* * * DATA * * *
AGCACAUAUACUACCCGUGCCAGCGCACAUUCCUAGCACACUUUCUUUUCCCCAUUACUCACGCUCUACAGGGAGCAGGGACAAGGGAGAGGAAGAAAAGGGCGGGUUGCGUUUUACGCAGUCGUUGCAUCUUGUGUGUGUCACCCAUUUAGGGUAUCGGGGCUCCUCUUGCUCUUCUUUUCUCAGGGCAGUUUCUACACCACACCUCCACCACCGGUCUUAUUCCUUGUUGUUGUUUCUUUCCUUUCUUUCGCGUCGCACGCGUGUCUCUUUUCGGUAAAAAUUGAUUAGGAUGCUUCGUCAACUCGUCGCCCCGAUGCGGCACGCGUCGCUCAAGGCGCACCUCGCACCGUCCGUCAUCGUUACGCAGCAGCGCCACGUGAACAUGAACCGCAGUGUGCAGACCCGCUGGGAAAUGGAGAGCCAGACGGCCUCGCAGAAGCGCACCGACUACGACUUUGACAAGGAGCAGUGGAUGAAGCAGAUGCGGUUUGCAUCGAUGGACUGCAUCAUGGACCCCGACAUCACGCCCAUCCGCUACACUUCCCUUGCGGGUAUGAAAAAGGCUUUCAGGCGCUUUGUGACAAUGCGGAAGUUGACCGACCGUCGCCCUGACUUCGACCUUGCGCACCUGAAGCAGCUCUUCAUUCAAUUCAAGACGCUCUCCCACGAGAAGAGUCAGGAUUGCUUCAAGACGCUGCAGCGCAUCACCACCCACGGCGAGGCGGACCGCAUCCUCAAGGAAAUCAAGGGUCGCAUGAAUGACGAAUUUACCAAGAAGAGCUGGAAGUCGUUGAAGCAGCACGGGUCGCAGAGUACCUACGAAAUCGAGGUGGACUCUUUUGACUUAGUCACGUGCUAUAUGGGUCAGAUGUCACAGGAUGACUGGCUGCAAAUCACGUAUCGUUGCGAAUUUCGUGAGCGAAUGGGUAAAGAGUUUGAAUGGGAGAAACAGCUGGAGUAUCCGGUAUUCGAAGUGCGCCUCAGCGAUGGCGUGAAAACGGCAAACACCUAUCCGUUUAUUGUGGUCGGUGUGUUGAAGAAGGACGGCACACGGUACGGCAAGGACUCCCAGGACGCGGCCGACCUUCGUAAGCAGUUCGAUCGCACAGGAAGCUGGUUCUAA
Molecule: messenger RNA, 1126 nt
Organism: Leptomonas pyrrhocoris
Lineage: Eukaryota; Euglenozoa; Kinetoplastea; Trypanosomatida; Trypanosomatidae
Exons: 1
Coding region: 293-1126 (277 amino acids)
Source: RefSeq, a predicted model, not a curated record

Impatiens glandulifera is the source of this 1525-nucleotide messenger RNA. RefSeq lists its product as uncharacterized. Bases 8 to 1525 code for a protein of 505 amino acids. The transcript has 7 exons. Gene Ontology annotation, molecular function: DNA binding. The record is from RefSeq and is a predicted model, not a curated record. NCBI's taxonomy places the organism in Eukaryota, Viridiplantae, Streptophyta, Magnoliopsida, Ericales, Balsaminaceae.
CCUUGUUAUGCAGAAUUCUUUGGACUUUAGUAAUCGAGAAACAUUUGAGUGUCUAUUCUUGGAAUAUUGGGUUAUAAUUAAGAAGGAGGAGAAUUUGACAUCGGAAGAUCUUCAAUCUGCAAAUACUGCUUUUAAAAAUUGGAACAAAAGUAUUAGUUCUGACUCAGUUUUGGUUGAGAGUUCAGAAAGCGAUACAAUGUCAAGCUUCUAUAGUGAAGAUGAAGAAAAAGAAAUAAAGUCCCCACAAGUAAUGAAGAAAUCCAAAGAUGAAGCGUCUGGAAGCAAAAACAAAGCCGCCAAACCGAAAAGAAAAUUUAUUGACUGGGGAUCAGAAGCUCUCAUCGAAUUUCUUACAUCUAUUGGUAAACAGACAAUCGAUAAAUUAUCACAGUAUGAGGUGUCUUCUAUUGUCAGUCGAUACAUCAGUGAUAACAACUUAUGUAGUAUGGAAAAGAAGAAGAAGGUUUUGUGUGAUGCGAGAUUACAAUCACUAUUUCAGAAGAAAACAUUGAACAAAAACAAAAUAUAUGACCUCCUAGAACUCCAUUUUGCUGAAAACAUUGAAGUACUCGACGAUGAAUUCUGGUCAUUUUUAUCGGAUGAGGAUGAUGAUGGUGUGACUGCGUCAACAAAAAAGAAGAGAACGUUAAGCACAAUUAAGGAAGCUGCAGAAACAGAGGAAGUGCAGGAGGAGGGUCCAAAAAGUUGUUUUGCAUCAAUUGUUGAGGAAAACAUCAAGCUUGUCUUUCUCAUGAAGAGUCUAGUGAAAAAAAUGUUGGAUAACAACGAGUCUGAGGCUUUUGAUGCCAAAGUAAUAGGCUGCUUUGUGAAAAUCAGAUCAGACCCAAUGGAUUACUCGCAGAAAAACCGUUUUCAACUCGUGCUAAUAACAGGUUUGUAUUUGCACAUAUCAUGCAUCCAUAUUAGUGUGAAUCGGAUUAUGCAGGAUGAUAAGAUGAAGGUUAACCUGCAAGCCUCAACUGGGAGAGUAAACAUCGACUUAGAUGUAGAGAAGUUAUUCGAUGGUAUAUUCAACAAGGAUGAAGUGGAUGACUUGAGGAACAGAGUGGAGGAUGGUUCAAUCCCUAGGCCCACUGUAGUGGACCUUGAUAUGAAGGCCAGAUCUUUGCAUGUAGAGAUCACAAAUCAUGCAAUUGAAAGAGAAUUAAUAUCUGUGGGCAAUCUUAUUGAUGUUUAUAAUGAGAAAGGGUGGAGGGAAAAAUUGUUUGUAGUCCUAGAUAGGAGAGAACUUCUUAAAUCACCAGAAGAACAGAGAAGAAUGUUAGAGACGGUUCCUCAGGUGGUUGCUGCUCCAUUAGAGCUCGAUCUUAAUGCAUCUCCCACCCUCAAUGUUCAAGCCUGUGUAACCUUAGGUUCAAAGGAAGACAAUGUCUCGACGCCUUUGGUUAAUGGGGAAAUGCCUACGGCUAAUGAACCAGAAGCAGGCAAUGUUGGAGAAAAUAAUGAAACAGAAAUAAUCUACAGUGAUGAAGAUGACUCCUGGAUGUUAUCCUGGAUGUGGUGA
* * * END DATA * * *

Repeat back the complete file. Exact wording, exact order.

AGCACAUAUACUACCCGUGCCAGCGCACAUUCCUAGCACACUUUCUUUUCCCCAUUACUCACGCUCUACAGGGAGCAGGGACAAGGGAGAGGAAGAAAAGGGCGGGUUGCGUUUUACGCAGUCGUUGCAUCUUGUGUGUGUCACCCAUUUAGGGUAUCGGGGCUCCUCUUGCUCUUCUUUUCUCAGGGCAGUUUCUACACCACACCUCCACCACCGGUCUUAUUCCUUGUUGUUGUUUCUUUCCUUUCUUUCGCGUCGCACGCGUGUCUCUUUUCGGUAAAAAUUGAUUAGGAUGCUUCGUCAACUCGUCGCCCCGAUGCGGCACGCGUCGCUCAAGGCGCACCUCGCACCGUCCGUCAUCGUUACGCAGCAGCGCCACGUGAACAUGAACCGCAGUGUGCAGACCCGCUGGGAAAUGGAGAGCCAGACGGCCUCGCAGAAGCGCACCGACUACGACUUUGACAAGGAGCAGUGGAUGAAGCAGAUGCGGUUUGCAUCGAUGGACUGCAUCAUGGACCCCGACAUCACGCCCAUCCGCUACACUUCCCUUGCGGGUAUGAAAAAGGCUUUCAGGCGCUUUGUGACAAUGCGGAAGUUGACCGACCGUCGCCCUGACUUCGACCUUGCGCACCUGAAGCAGCUCUUCAUUCAAUUCAAGACGCUCUCCCACGAGAAGAGUCAGGAUUGCUUCAAGACGCUGCAGCGCAUCACCACCCACGGCGAGGCGGACCGCAUCCUCAAGGAAAUCAAGGGUCGCAUGAAUGACGAAUUUACCAAGAAGAGCUGGAAGUCGUUGAAGCAGCACGGGUCGCAGAGUACCUACGAAAUCGAGGUGGACUCUUUUGACUUAGUCACGUGCUAUAUGGGUCAGAUGUCACAGGAUGACUGGCUGCAAAUCACGUAUCGUUGCGAAUUUCGUGAGCGAAUGGGUAAAGAGUUUGAAUGGGAGAAACAGCUGGAGUAUCCGGUAUUCGAAGUGCGCCUCAGCGAUGGCGUGAAAACGGCAAACACCUAUCCGUUUAUUGUGGUCGGUGUGUUGAAGAAGGACGGCACACGGUACGGCAAGGACUCCCAGGACGCGGCCGACCUUCGUAAGCAGUUCGAUCGCACAGGAAGCUGGUUCUAA
Molecule: messenger RNA, 1126 nt
Organism: Leptomonas pyrrhocoris
Lineage: Eukaryota; Euglenozoa; Kinetoplastea; Trypanosomatida; Trypanosomatidae
Exons: 1
Coding region: 293-1126 (277 amino acids)
Source: RefSeq, a predicted model, not a curated record

Impatiens glandulifera is the source of this 1525-nucleotide messenger RNA. RefSeq lists its product as uncharacterized. Bases 8 to 1525 code for a protein of 505 amino acids. The transcript has 7 exons. Gene Ontology annotation, molecular function: DNA binding. The record is from RefSeq and is a predicted model, not a curated record. NCBI's taxonomy places the organism in Eukaryota, Viridiplantae, Streptophyta, Magnoliopsida, Ericales, Balsaminaceae.
CCUUGUUAUGCAGAAUUCUUUGGACUUUAGUAAUCGAGAAACAUUUGAGUGUCUAUUCUUGGAAUAUUGGGUUAUAAUUAAGAAGGAGGAGAAUUUGACAUCGGAAGAUCUUCAAUCUGCAAAUACUGCUUUUAAAAAUUGGAACAAAAGUAUUAGUUCUGACUCAGUUUUGGUUGAGAGUUCAGAAAGCGAUACAAUGUCAAGCUUCUAUAGUGAAGAUGAAGAAAAAGAAAUAAAGUCCCCACAAGUAAUGAAGAAAUCCAAAGAUGAAGCGUCUGGAAGCAAAAACAAAGCCGCCAAACCGAAAAGAAAAUUUAUUGACUGGGGAUCAGAAGCUCUCAUCGAAUUUCUUACAUCUAUUGGUAAACAGACAAUCGAUAAAUUAUCACAGUAUGAGGUGUCUUCUAUUGUCAGUCGAUACAUCAGUGAUAACAACUUAUGUAGUAUGGAAAAGAAGAAGAAGGUUUUGUGUGAUGCGAGAUUACAAUCACUAUUUCAGAAGAAAACAUUGAACAAAAACAAAAUAUAUGACCUCCUAGAACUCCAUUUUGCUGAAAACAUUGAAGUACUCGACGAUGAAUUCUGGUCAUUUUUAUCGGAUGAGGAUGAUGAUGGUGUGACUGCGUCAACAAAAAAGAAGAGAACGUUAAGCACAAUUAAGGAAGCUGCAGAAACAGAGGAAGUGCAGGAGGAGGGUCCAAAAAGUUGUUUUGCAUCAAUUGUUGAGGAAAACAUCAAGCUUGUCUUUCUCAUGAAGAGUCUAGUGAAAAAAAUGUUGGAUAACAACGAGUCUGAGGCUUUUGAUGCCAAAGUAAUAGGCUGCUUUGUGAAAAUCAGAUCAGACCCAAUGGAUUACUCGCAGAAAAACCGUUUUCAACUCGUGCUAAUAACAGGUUUGUAUUUGCACAUAUCAUGCAUCCAUAUUAGUGUGAAUCGGAUUAUGCAGGAUGAUAAGAUGAAGGUUAACCUGCAAGCCUCAACUGGGAGAGUAAACAUCGACUUAGAUGUAGAGAAGUUAUUCGAUGGUAUAUUCAACAAGGAUGAAGUGGAUGACUUGAGGAACAGAGUGGAGGAUGGUUCAAUCCCUAGGCCCACUGUAGUGGACCUUGAUAUGAAGGCCAGAUCUUUGCAUGUAGAGAUCACAAAUCAUGCAAUUGAAAGAGAAUUAAUAUCUGUGGGCAAUCUUAUUGAUGUUUAUAAUGAGAAAGGGUGGAGGGAAAAAUUGUUUGUAGUCCUAGAUAGGAGAGAACUUCUUAAAUCACCAGAAGAACAGAGAAGAAUGUUAGAGACGGUUCCUCAGGUGGUUGCUGCUCCAUUAGAGCUCGAUCUUAAUGCAUCUCCCACCCUCAAUGUUCAAGCCUGUGUAACCUUAGGUUCAAAGGAAGACAAUGUCUCGACGCCUUUGGUUAAUGGGGAAAUGCCUACGGCUAAUGAACCAGAAGCAGGCAAUGUUGGAGAAAAUAAUGAAACAGAAAUAAUCUACAGUGAUGAAGAUGACUCCUGGAUGUUAUCCUGGAUGUGGUGA